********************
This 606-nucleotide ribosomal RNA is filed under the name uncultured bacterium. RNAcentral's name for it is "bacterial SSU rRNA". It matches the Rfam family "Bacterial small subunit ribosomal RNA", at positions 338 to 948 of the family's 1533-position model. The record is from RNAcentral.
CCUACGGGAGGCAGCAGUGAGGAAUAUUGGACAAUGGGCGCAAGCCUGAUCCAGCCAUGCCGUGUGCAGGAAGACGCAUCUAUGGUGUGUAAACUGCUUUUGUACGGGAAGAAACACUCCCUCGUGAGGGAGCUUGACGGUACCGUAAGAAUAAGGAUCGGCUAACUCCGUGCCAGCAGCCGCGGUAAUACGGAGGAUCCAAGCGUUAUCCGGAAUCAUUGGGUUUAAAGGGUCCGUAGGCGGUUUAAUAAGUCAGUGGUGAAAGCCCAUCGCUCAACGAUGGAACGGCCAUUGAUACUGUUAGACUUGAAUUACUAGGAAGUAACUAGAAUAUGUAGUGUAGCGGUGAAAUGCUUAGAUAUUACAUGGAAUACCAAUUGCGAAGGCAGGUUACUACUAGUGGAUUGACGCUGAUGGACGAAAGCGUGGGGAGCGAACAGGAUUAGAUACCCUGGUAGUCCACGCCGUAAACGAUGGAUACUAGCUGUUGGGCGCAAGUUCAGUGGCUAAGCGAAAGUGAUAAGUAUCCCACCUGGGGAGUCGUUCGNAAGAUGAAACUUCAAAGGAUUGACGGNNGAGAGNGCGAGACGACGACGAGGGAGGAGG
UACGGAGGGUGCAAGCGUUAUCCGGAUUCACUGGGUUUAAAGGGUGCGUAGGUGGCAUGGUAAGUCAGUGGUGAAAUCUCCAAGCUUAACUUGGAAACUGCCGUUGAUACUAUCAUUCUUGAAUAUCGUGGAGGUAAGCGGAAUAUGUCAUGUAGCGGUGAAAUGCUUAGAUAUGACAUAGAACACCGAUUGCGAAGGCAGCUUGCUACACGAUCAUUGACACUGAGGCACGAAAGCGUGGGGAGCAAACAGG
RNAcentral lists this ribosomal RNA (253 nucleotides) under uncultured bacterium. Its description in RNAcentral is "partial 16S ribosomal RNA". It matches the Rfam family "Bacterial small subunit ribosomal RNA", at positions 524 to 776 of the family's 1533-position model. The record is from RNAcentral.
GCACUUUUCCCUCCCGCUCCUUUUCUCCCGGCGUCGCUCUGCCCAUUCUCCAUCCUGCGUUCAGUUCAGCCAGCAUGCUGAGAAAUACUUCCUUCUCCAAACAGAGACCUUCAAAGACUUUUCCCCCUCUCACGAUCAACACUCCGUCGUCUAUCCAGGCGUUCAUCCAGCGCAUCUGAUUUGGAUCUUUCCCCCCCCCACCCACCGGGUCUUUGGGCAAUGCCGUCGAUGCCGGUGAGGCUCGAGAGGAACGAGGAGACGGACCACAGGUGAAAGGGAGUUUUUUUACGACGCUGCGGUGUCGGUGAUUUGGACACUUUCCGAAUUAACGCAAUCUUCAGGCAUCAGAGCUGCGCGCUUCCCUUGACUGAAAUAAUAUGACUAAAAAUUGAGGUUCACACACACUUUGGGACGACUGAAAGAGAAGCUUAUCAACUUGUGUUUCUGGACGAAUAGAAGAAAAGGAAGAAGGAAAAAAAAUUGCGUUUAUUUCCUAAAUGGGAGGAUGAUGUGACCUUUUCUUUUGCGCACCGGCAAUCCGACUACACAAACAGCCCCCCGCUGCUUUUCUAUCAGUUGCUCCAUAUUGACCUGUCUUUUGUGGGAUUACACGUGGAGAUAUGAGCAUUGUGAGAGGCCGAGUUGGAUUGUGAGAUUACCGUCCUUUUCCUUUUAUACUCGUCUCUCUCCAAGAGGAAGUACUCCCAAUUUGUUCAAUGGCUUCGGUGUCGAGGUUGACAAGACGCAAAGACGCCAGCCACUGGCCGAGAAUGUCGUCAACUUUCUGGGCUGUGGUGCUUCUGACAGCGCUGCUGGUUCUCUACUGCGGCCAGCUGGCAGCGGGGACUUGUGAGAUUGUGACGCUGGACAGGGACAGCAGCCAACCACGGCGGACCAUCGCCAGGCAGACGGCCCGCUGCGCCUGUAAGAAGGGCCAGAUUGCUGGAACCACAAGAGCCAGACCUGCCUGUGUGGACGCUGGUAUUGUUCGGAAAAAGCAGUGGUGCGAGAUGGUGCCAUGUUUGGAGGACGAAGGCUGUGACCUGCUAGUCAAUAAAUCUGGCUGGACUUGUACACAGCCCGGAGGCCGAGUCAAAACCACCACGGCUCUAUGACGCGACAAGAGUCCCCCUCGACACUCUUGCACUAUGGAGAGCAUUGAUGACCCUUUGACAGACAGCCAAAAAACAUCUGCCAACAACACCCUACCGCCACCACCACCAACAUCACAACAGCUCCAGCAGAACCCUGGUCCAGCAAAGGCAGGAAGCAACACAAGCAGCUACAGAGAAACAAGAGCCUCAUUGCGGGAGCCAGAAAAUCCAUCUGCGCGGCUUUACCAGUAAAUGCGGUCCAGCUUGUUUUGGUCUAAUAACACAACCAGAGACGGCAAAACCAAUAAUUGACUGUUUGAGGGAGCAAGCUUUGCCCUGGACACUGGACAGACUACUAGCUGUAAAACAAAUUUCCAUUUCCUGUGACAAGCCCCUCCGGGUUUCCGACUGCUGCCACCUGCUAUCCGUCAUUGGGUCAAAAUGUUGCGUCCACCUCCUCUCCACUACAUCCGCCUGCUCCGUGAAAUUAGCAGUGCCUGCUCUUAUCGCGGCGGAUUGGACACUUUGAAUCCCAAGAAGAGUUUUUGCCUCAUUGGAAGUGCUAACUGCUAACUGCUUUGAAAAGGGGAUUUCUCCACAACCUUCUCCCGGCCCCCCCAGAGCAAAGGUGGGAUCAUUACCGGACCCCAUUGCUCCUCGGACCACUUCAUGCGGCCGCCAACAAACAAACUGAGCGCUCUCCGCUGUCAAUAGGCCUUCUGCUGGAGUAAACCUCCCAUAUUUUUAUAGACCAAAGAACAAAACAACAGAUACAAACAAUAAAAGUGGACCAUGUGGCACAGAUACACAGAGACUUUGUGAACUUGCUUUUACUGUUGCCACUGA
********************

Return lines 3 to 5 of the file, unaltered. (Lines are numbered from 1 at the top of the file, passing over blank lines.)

UACGGAGGGUGCAAGCGUUAUCCGGAUUCACUGGGUUUAAAGGGUGCGUAGGUGGCAUGGUAAGUCAGUGGUGAAAUCUCCAAGCUUAACUUGGAAACUGCCGUUGAUACUAUCAUUCUUGAAUAUCGUGGAGGUAAGCGGAAUAUGUCAUGUAGCGGUGAAAUGCUUAGAUAUGACAUAGAACACCGAUUGCGAAGGCAGCUUGCUACACGAUCAUUGACACUGAGGCACGAAAGCGUGGGGAGCAAACAGG
RNAcentral lists this ribosomal RNA (253 nucleotides) under uncultured bacterium. Its description in RNAcentral is "partial 16S ribosomal RNA". It matches the Rfam family "Bacterial small subunit ribosomal RNA", at positions 524 to 776 of the family's 1533-position model. The record is from RNAcentral.
GCACUUUUCCCUCCCGCUCCUUUUCUCCCGGCGUCGCUCUGCCCAUUCUCCAUCCUGCGUUCAGUUCAGCCAGCAUGCUGAGAAAUACUUCCUUCUCCAAACAGAGACCUUCAAAGACUUUUCCCCCUCUCACGAUCAACACUCCGUCGUCUAUCCAGGCGUUCAUCCAGCGCAUCUGAUUUGGAUCUUUCCCCCCCCCACCCACCGGGUCUUUGGGCAAUGCCGUCGAUGCCGGUGAGGCUCGAGAGGAACGAGGAGACGGACCACAGGUGAAAGGGAGUUUUUUUACGACGCUGCGGUGUCGGUGAUUUGGACACUUUCCGAAUUAACGCAAUCUUCAGGCAUCAGAGCUGCGCGCUUCCCUUGACUGAAAUAAUAUGACUAAAAAUUGAGGUUCACACACACUUUGGGACGACUGAAAGAGAAGCUUAUCAACUUGUGUUUCUGGACGAAUAGAAGAAAAGGAAGAAGGAAAAAAAAUUGCGUUUAUUUCCUAAAUGGGAGGAUGAUGUGACCUUUUCUUUUGCGCACCGGCAAUCCGACUACACAAACAGCCCCCCGCUGCUUUUCUAUCAGUUGCUCCAUAUUGACCUGUCUUUUGUGGGAUUACACGUGGAGAUAUGAGCAUUGUGAGAGGCCGAGUUGGAUUGUGAGAUUACCGUCCUUUUCCUUUUAUACUCGUCUCUCUCCAAGAGGAAGUACUCCCAAUUUGUUCAAUGGCUUCGGUGUCGAGGUUGACAAGACGCAAAGACGCCAGCCACUGGCCGAGAAUGUCGUCAACUUUCUGGGCUGUGGUGCUUCUGACAGCGCUGCUGGUUCUCUACUGCGGCCAGCUGGCAGCGGGGACUUGUGAGAUUGUGACGCUGGACAGGGACAGCAGCCAACCACGGCGGACCAUCGCCAGGCAGACGGCCCGCUGCGCCUGUAAGAAGGGCCAGAUUGCUGGAACCACAAGAGCCAGACCUGCCUGUGUGGACGCUGGUAUUGUUCGGAAAAAGCAGUGGUGCGAGAUGGUGCCAUGUUUGGAGGACGAAGGCUGUGACCUGCUAGUCAAUAAAUCUGGCUGGACUUGUACACAGCCCGGAGGCCGAGUCAAAACCACCACGGCUCUAUGACGCGACAAGAGUCCCCCUCGACACUCUUGCACUAUGGAGAGCAUUGAUGACCCUUUGACAGACAGCCAAAAAACAUCUGCCAACAACACCCUACCGCCACCACCACCAACAUCACAACAGCUCCAGCAGAACCCUGGUCCAGCAAAGGCAGGAAGCAACACAAGCAGCUACAGAGAAACAAGAGCCUCAUUGCGGGAGCCAGAAAAUCCAUCUGCGCGGCUUUACCAGUAAAUGCGGUCCAGCUUGUUUUGGUCUAAUAACACAACCAGAGACGGCAAAACCAAUAAUUGACUGUUUGAGGGAGCAAGCUUUGCCCUGGACACUGGACAGACUACUAGCUGUAAAACAAAUUUCCAUUUCCUGUGACAAGCCCCUCCGGGUUUCCGACUGCUGCCACCUGCUAUCCGUCAUUGGGUCAAAAUGUUGCGUCCACCUCCUCUCCACUACAUCCGCCUGCUCCGUGAAAUUAGCAGUGCCUGCUCUUAUCGCGGCGGAUUGGACACUUUGAAUCCCAAGAAGAGUUUUUGCCUCAUUGGAAGUGCUAACUGCUAACUGCUUUGAAAAGGGGAUUUCUCCACAACCUUCUCCCGGCCCCCCCAGAGCAAAGGUGGGAUCAUUACCGGACCCCAUUGCUCCUCGGACCACUUCAUGCGGCCGCCAACAAACAAACUGAGCGCUCUCCGCUGUCAAUAGGCCUUCUGCUGGAGUAAACCUCCCAUAUUUUUAUAGACCAAAGAACAAAACAACAGAUACAAACAAUAAAAGUGGACCAUGUGGCACAGAUACACAGAGACUUUGUGAACUUGCUUUUACUGUUGCCACUGA